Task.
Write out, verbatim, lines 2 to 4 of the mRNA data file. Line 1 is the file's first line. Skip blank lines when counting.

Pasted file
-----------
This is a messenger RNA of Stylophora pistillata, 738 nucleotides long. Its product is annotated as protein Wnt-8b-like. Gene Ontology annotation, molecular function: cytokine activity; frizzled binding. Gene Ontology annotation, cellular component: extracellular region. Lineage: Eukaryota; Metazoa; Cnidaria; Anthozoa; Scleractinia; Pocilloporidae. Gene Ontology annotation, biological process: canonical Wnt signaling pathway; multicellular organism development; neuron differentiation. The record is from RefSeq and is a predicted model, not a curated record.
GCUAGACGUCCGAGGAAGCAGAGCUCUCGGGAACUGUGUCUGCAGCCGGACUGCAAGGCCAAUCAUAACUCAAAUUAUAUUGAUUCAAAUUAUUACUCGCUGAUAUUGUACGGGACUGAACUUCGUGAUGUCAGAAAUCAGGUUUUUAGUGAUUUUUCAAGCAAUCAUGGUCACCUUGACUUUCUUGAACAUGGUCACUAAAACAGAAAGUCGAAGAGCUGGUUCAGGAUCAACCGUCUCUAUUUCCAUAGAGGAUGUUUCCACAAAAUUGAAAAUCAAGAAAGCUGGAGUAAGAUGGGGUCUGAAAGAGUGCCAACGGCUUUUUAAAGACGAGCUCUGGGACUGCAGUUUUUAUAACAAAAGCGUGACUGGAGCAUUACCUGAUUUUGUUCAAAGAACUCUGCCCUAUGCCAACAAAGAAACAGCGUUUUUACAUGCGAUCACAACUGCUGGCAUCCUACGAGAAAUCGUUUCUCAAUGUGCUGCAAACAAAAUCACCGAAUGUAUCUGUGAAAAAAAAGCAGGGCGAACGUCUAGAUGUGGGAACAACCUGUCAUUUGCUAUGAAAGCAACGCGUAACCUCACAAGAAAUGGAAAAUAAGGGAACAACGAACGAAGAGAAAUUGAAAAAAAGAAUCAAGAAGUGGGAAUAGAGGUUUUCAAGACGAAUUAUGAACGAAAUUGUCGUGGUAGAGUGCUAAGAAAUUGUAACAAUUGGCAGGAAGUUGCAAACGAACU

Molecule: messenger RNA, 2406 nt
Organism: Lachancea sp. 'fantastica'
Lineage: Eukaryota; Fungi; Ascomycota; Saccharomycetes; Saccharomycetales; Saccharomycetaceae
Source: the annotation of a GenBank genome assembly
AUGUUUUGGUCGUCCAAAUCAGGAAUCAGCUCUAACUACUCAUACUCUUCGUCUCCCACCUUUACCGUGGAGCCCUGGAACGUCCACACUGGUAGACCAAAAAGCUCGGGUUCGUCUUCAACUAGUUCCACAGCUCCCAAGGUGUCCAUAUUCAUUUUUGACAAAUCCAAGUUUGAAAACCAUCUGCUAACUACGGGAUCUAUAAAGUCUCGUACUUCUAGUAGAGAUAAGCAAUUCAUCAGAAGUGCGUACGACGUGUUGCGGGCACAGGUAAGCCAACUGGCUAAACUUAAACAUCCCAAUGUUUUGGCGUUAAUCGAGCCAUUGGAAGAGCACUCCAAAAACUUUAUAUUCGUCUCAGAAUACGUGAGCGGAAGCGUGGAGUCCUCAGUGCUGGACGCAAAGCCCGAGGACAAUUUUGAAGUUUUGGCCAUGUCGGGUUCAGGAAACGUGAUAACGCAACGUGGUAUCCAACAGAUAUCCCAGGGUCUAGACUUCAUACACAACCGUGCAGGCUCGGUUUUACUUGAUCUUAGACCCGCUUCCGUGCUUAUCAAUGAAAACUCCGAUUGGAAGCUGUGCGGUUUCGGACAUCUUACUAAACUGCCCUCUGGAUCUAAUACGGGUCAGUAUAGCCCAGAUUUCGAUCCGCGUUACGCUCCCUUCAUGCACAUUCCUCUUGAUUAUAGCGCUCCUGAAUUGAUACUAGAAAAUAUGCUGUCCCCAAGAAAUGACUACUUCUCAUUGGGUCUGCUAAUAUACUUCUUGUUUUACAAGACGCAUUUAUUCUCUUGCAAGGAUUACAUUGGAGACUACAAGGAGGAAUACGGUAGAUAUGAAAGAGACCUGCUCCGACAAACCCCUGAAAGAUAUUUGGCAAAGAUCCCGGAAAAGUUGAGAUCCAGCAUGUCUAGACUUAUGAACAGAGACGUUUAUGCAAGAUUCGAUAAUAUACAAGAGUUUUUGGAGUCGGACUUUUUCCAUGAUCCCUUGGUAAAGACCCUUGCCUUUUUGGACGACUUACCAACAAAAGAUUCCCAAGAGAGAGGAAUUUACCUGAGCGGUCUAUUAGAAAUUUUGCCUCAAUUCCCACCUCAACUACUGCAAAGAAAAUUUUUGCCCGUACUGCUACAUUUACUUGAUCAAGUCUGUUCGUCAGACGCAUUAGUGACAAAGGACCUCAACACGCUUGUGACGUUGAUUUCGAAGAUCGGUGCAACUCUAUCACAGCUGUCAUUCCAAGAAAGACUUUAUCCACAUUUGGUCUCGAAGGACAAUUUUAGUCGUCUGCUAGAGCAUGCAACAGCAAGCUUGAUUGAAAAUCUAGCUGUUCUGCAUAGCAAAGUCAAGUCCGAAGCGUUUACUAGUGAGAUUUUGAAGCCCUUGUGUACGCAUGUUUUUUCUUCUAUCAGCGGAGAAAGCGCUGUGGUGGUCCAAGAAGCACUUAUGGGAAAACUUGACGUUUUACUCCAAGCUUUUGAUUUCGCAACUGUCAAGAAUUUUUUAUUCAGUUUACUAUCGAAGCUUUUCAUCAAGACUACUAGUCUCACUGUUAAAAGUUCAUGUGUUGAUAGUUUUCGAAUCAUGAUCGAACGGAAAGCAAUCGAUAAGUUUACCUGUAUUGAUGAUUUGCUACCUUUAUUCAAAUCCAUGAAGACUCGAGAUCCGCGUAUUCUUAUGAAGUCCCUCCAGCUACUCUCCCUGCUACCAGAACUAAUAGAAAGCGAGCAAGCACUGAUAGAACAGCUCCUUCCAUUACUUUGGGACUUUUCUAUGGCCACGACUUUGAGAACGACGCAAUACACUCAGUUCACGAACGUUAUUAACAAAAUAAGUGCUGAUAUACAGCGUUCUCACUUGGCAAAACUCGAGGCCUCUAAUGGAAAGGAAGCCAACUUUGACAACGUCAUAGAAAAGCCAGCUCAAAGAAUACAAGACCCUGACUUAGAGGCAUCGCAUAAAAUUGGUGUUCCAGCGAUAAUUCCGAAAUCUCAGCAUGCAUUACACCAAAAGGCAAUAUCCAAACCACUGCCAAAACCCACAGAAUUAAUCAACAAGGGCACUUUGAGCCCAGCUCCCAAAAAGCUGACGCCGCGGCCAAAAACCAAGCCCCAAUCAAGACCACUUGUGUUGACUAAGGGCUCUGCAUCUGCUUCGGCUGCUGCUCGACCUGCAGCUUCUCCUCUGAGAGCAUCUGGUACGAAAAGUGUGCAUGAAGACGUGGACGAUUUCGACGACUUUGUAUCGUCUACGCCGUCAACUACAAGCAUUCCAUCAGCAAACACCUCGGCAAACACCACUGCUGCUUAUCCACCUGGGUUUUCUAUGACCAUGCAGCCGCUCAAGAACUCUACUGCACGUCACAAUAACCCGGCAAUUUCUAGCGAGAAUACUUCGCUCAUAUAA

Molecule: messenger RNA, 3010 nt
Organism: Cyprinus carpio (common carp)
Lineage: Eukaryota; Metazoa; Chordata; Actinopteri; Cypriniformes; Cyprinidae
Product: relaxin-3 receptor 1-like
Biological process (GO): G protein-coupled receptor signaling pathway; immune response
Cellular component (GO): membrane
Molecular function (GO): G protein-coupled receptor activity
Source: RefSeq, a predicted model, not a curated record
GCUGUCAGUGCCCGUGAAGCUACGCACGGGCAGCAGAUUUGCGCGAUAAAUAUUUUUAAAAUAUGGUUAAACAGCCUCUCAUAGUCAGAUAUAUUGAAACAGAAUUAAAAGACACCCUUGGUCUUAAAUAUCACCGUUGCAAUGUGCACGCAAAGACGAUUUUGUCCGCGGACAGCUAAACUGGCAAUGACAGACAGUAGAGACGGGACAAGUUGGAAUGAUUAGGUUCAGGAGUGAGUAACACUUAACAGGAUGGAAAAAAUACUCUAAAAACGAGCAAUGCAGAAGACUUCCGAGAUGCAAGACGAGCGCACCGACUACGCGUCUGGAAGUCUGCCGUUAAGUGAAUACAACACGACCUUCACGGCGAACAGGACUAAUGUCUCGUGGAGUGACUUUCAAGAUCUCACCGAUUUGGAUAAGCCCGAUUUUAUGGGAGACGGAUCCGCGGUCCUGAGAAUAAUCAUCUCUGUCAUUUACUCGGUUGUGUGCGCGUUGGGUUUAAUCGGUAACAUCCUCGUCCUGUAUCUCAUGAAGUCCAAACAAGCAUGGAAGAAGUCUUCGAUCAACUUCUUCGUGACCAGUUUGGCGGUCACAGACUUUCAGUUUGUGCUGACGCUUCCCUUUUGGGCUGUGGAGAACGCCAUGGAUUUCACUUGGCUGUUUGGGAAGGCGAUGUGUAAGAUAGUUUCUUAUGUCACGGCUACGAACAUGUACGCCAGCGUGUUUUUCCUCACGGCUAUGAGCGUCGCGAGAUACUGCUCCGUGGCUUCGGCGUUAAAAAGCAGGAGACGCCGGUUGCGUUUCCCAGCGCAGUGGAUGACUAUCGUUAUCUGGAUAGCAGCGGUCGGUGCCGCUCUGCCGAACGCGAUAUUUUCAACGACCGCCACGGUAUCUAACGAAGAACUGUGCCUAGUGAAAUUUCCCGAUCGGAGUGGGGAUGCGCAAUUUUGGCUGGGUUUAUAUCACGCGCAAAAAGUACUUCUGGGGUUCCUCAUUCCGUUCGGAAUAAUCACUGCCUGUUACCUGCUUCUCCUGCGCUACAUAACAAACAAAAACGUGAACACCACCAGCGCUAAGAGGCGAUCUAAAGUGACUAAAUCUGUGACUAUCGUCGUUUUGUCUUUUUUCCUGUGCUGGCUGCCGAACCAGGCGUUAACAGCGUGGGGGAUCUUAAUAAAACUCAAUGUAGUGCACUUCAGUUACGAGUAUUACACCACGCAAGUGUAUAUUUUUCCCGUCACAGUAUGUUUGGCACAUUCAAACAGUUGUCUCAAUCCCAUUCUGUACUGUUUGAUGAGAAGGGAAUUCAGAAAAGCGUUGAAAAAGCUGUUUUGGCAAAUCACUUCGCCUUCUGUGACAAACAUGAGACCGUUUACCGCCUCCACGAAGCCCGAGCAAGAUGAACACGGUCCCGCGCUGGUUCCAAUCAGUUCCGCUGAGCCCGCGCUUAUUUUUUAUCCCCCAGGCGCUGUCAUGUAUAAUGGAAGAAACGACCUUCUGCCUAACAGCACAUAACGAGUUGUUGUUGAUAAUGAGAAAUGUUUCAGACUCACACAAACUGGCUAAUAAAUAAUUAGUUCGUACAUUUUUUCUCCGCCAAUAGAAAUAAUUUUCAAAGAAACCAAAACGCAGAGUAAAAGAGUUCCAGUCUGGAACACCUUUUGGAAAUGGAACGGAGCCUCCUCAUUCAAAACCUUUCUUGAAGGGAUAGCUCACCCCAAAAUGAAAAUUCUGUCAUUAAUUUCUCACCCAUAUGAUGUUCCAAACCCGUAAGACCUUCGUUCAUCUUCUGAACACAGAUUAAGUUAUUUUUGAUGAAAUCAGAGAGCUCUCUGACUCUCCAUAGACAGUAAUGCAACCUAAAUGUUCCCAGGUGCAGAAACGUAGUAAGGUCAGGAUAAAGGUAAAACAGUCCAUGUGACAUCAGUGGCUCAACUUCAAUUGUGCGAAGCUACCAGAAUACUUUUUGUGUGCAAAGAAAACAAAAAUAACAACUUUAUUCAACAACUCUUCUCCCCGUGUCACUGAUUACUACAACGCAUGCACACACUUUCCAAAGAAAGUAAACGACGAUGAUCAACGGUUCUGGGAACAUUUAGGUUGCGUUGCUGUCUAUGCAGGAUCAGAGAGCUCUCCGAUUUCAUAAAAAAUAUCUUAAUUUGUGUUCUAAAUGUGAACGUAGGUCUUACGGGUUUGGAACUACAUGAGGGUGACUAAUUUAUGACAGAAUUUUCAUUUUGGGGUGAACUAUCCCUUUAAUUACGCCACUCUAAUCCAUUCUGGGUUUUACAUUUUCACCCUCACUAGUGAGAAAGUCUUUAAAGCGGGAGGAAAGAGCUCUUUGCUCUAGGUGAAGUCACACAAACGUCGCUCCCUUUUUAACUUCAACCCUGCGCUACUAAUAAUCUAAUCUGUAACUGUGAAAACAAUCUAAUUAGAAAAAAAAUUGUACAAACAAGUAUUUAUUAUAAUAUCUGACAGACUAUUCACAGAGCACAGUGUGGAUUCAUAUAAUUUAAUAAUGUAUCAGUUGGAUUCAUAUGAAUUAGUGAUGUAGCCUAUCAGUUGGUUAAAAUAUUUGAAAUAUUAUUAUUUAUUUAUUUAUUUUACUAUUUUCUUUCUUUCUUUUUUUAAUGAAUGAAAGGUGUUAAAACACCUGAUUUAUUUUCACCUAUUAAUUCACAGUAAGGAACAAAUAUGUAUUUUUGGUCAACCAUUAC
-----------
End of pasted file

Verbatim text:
GCUAGACGUCCGAGGAAGCAGAGCUCUCGGGAACUGUGUCUGCAGCCGGACUGCAAGGCCAAUCAUAACUCAAAUUAUAUUGAUUCAAAUUAUUACUCGCUGAUAUUGUACGGGACUGAACUUCGUGAUGUCAGAAAUCAGGUUUUUAGUGAUUUUUCAAGCAAUCAUGGUCACCUUGACUUUCUUGAACAUGGUCACUAAAACAGAAAGUCGAAGAGCUGGUUCAGGAUCAACCGUCUCUAUUUCCAUAGAGGAUGUUUCCACAAAAUUGAAAAUCAAGAAAGCUGGAGUAAGAUGGGGUCUGAAAGAGUGCCAACGGCUUUUUAAAGACGAGCUCUGGGACUGCAGUUUUUAUAACAAAAGCGUGACUGGAGCAUUACCUGAUUUUGUUCAAAGAACUCUGCCCUAUGCCAACAAAGAAACAGCGUUUUUACAUGCGAUCACAACUGCUGGCAUCCUACGAGAAAUCGUUUCUCAAUGUGCUGCAAACAAAAUCACCGAAUGUAUCUGUGAAAAAAAAGCAGGGCGAACGUCUAGAUGUGGGAACAACCUGUCAUUUGCUAUGAAAGCAACGCGUAACCUCACAAGAAAUGGAAAAUAAGGGAACAACGAACGAAGAGAAAUUGAAAAAAAGAAUCAAGAAGUGGGAAUAGAGGUUUUCAAGACGAAUUAUGAACGAAAUUGUCGUGGUAGAGUGCUAAGAAAUUGUAACAAUUGGCAGGAAGUUGCAAACGAACU

Molecule: messenger RNA, 2406 nt
Organism: Lachancea sp. 'fantastica'